Beijing's air defence zone aimed at making Tokyo negotiate, analysts say
Beijing is just trying to force Tokyo back to negotiating table to settle the Diaoyu dispute, analysts say, with military clashes unlikely
Zhang Hong in Beijing and Minnie Chan
China hopes to force Japan back to the negotiating table over disputed islands in the East China Sea by establishing an air defence identification zone (ADIZ) there, analysts say.
Beijing's declaration of the zone last week attracted criticism - and warplanes - from Japan and its ally the United States, and drew the ire of South Korea and Taiwan, whose own air defence zones partly overlap Beijing's.
But analysts said Beijing's primary goal remained pressing Tokyo to forsake its stance over the Diaoyu Islands, which Japan calls the Senkakus.
"The biggest concern is the overlapping of Chinese and Japanese air zones, including the airspace above the disputed Diaoyu Islands … that implies the risk of a clash between both sides' fighter jets increasing," said Professor Liu Jiangyong , an expert on Sino-Japanese relations at Tsinghua University.
"To reduce such risk, it has became more pressing for both sides to sit down and negotiate the dispute over the Diaoyus," Liu said. "That has been all along what China asked for: Japan has to acknowledge there is a sovereignty dispute."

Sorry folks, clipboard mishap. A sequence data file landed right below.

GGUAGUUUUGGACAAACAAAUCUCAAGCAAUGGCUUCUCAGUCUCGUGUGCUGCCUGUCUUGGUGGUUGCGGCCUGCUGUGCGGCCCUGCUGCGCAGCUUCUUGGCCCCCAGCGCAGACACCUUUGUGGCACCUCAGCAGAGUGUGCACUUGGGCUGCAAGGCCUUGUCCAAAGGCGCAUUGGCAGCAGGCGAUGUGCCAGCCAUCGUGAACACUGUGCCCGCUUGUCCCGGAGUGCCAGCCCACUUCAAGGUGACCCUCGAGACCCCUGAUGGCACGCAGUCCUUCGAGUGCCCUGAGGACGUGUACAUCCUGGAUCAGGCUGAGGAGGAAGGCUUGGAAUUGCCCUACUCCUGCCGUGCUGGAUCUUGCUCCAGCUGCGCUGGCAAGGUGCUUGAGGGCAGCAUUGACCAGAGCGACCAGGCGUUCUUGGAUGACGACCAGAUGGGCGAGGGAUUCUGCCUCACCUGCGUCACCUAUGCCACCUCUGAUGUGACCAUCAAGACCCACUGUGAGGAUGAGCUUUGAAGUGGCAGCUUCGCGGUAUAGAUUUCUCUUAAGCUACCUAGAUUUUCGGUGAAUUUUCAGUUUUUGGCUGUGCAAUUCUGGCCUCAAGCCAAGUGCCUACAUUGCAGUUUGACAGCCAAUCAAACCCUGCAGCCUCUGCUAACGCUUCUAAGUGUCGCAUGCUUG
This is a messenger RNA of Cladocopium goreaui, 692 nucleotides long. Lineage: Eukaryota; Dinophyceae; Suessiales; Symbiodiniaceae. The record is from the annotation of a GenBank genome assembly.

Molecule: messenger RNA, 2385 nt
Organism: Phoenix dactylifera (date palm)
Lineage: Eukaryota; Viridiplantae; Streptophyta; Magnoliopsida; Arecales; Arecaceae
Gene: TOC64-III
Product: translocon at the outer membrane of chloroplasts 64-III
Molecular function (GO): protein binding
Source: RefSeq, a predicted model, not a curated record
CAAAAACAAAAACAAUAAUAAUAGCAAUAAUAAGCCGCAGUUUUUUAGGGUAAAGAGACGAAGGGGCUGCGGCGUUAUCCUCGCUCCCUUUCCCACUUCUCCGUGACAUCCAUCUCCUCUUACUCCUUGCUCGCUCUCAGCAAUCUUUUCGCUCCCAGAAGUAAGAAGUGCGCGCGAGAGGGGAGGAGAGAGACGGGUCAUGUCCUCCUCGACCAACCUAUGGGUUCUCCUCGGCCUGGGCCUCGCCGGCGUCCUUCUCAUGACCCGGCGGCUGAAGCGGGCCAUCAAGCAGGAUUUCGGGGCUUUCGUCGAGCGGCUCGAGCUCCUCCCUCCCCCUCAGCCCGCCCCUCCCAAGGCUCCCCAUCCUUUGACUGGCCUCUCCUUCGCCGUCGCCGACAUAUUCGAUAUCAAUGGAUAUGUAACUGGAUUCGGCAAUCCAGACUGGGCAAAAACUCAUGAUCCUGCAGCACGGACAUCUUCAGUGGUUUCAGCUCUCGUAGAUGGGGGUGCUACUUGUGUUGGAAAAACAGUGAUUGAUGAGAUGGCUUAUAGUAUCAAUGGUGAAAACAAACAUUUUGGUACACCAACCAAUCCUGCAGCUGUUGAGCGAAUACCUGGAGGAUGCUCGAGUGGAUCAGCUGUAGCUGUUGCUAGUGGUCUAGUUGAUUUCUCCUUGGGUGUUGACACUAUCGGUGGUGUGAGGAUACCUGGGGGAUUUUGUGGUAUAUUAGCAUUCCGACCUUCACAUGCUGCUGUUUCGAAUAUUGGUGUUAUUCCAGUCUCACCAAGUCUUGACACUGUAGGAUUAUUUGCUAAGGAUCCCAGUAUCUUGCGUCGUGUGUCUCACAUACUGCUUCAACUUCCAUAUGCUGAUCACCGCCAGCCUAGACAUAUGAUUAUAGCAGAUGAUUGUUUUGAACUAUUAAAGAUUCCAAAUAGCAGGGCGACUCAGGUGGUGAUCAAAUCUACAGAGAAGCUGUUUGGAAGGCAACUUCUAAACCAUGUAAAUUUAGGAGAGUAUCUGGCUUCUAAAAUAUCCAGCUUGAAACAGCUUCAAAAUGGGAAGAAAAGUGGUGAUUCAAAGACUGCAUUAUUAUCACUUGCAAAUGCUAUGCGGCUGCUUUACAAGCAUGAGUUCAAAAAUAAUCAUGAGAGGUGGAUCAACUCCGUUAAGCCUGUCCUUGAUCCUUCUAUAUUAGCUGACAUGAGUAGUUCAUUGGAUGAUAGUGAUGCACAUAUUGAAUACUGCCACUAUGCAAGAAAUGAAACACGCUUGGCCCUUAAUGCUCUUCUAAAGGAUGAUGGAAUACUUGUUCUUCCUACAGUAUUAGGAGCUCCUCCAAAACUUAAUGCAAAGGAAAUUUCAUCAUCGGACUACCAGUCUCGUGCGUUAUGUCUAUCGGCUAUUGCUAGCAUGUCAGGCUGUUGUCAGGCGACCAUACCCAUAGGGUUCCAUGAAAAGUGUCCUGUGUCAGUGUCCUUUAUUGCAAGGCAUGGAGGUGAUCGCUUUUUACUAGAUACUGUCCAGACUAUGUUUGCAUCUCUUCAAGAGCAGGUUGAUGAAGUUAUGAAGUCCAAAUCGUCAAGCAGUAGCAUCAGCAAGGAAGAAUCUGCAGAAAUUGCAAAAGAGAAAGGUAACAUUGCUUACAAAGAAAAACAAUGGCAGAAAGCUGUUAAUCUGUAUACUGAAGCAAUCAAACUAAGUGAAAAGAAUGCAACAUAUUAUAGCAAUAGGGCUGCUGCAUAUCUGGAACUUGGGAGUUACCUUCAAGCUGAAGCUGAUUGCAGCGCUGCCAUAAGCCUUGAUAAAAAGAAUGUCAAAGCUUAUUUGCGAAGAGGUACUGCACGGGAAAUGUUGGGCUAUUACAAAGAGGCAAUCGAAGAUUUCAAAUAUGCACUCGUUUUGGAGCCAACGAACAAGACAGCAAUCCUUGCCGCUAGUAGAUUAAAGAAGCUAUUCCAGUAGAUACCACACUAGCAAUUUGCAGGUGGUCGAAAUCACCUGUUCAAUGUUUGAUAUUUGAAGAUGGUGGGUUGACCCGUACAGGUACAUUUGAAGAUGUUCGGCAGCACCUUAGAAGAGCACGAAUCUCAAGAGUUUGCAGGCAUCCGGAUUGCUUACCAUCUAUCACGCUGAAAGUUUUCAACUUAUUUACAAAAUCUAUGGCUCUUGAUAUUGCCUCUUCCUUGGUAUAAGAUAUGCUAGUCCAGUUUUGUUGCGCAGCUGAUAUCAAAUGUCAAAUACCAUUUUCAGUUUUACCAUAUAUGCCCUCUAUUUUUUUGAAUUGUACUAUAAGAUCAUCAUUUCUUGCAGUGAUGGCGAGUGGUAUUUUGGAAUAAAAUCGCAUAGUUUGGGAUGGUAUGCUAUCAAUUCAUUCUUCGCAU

Xu Guangyu , a retired People's Liberation Army general, agreed.
"The eventual purpose is to force Japan to sit down with China, to avoid miscalculation and escalation," Xu said.
Japanese news agency Kyodo has reported that Tang Jiaxuan , a former state councillor overseeing foreign policy, put forward the proposal during a meeting with Japanese politicians in Beijing on Wednesday.
"Similar to the established bilateral crisis-management mechanism by Chinese and Japanese defence departments at sea, management for aviation activities is necessary, and this issue should be discussed," Tang reportedly told his guests.
But the proposal apparently was not well received in Tokyo.
On Friday, Japanese Defence Minister Itsunori Onodera said his country "cannot accept any negotiation request from the Chinese side over how the ADIZ should be operated".
"Under the Chinese air defence identification zone, the Senkaku Islands become Chinese territory, so Japan cannot accept it," the Financial Times quoted Onodera as saying.
Professor Ni Lexiong , a Shanghai-based military expert, said Beijing might also be aware that if the air zone works in settling the situation with Japan, it could send a signal to claimants in its other territorial disputes in the South China Sea.
"President Xi Jinping may have found the country now in a somewhat similar situation to what it once faced during Mao Zedong's days - coupling domestics politics with formidable foreign threats," Ni said. "He may have to resort to Mao's strongman approach."
Analysts said the chance of a real military clash between China and other parties remained limited. Peng Tinghua, a freelance military blogger, said: "Other countries like South Korea and the US have also reacted fiercely on [ADIZ]. But China is not targeting them. Forget a direct confrontation with the US."
Liu of Tsinghua University said: "In its protests, Japan is acting like a kid losing his temper."